Were you by any chance using VLANS? I found using a VLAN on the VMkernel port for storage caused the 4000-5000ms 'hangs' for all storage traffic on the VMHost. However if I move the VMkernel port off the VLAN so it receives untagged packets I don't see the issue.

The simple setup below will cause the problem on my network:

1)Install ESXi 4.1U1 on a server or workstation (both exhibited the issue when I tried)

2)Add a VMkernel port on a VLAN.

3)Add an NFS Datastore (mine is on the same VLAN, i.e the Isilon receives tagged packets)

4)Install 2 CentOS 5.5 VM's, one with ioping.

5)Boot VM's into single user mode (i.e. no network, minimum services)

6)Run ioping on one machine so it's writing to it's virtual disk

7)Run dd or somesuch on the other machine to write 100MB of data to /tmp or similar

More often than not I see both VM's freezing for 4-5 seconds.

Be really interested to see if anyone else has seen similar.

  • Welcome to Server Fault! This is an old question. If it's answers don't help you directly then you should ask a new NEW question by clicking the Ask Question button.
    – user9517
    Dec 17, 2011 at 12:53
  • Yes, of course I'm using tagged VLANs. As I'm using them everywhere I didn't even think of them as a potential source of this problem. I am going to try to reproduce this on an untagged port.
    – exo_cw
    Dec 17, 2011 at 13:02
  • I can reproduce this problem on an untagged port as well, no VLANs involved on that host at all.
    – exo_cw
    Dec 29, 2011 at 10:03
  • I was just trying again and see the problem on the untagged port too, it's a little less frequent, maybe that's why I missed it. Sorry for the bum-steer. I can't see the problem on Win7 64 bit using iometer, plus it seems i can browse the c: drive whilst The other linux vms are hung. I'm going to try with crystaldiskmark
    – Nick
    Dec 29, 2011 at 11:59
  • Actually I'd be interested to see your results with iometer on win7 x64. It measures latency but the highest overall figure I got was 300ms using the 4k read test, not 4000+ms
    – Nick
    Dec 29, 2011 at 12:12

We had exactly the same problem two weeks ago. ESX41 U1 and Netapp FAS3170 + NFS Datastores. RHEL5 VMs hangs for 2 or 4 second and we saw very high spikes from Virtual Center performance console.

I ask the network guy to check the configuration and the problem was on the cisco switch.We have two ethernet links that was configured on Etherchannel on the Netapp side and not on the cisco side. He creates a static Ethechannel on the cisco and now it works fine. To identify this kind of problem, shut down all the port except one between the filer and the switch. Leave just one port alive and see how the things going.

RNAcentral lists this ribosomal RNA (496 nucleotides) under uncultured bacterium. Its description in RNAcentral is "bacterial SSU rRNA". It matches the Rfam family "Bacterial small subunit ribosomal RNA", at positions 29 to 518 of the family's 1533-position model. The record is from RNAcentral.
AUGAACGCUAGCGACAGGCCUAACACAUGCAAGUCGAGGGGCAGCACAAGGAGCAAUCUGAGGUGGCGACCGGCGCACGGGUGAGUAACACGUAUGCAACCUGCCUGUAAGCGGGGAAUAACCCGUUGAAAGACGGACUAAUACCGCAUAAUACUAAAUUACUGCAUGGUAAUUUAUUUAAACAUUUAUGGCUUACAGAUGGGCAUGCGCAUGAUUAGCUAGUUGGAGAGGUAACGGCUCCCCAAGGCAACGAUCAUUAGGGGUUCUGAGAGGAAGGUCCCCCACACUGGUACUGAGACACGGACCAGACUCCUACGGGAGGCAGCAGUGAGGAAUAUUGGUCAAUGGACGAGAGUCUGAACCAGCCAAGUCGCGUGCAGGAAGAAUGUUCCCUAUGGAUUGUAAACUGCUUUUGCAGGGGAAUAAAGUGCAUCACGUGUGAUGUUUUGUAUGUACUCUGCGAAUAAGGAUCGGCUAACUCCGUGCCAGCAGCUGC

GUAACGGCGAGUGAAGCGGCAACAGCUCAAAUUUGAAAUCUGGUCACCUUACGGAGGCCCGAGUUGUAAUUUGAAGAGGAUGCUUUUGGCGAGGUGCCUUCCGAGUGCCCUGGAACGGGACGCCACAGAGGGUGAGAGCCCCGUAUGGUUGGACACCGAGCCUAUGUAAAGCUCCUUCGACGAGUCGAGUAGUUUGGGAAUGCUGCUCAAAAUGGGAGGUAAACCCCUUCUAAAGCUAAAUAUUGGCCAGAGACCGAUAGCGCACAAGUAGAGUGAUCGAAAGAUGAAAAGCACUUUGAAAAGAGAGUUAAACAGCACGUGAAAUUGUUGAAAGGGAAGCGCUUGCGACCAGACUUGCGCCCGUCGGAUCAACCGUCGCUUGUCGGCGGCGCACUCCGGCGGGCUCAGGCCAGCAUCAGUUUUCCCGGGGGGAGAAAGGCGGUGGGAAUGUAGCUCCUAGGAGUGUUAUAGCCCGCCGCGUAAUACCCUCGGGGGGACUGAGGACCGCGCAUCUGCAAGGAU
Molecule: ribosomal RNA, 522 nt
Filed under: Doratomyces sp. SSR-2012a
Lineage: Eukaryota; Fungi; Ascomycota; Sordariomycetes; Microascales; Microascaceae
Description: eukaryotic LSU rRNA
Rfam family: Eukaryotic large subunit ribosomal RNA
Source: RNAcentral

The second thing we do that was to remove the Flow Control on the switcj and the filer because we suspect it to send pause frame.


How does your DNS look? Is your /etc/resolv.conf correct? The default timeout is 5 seconds.

From man resolv.conf

                 sets the amount of time the  resolver  will  wait  for  a
                 response  from  a  remote name server before retrying the
                 query via a different name server.  Measured in  seconds,
                 the default is RES_TIMEOUT (currently 5, see <resolv.h>).

Try appending timeout:3 to your /etc/resolv.conf and then run your fsync tests again.

  • I tried adding this on the NFS server (OpenIndiana in this case) and on the ESXi host. Unfortunately this does not make a difference. I can resolve the server & guest IP just fine.
    – exo_cw
    Jul 6, 2011 at 15:45
  • looks like you filtered out all traffic not related to the nfs stream, we might need to see more!
    – tony roth
    Jul 6, 2011 at 15:56
  • @tony roth: Actually that is the whole traffic at that time. I tested that on a separate vSwitch with just the host and the NFS-server on it.
    – exo_cw
    Jul 6, 2011 at 16:12
  • Can you dump DNS with wireshark? Jul 6, 2011 at 16:48
  • @Joseph Kern: I've just analyzed the capture files again: There was no DNS traffic at all during my captures. The NFS datastore is mapped by IP on the ESXi host. DNS works fine on the ESXi and the NFS server, I tested forward & reverse lookup of all involved IPs. Right now I have no reason to believe that DNS is the cause of this.
    – exo_cw
    Jul 6, 2011 at 18:47

Grasping at straws here, but what NICs are you using in these servers? The Stack Overflow sysadmins have had weird networking issues with Broadcom NICs that went away when they switched to Intel NICs: http://blog.serverfault.com/post/broadcom-die-mutha/

  • The last tests were done on a vSwitch only, no physical network involved (e1000 and vmxnet3: made no difference). But I've also tested this on Intel 82574L, Intel 82576 and Intel 82567LF-3, all showing the problem. I did not find any hardware yet where I can't reproduce this.
    – exo_cw
    Jul 9, 2011 at 8:52

Here is another guess... Is your IPv6 enabled on EXS host? If yes, then try turning it off? From my experience if your entire network is not properly configured for IPv6 (i.e. RADV, DHCP6, DNS, reverse DNS) it may be a problem for some services. Also, make sure it is off on NFS server.

  • IPv6 was already disabled on the ESXi host. I've disabled IPv6 on the NFS server (ifconfig -a6 is empty now), but it doesn't make a difference: It shows the same problems.
    – exo_cw
    Jul 12, 2011 at 7:04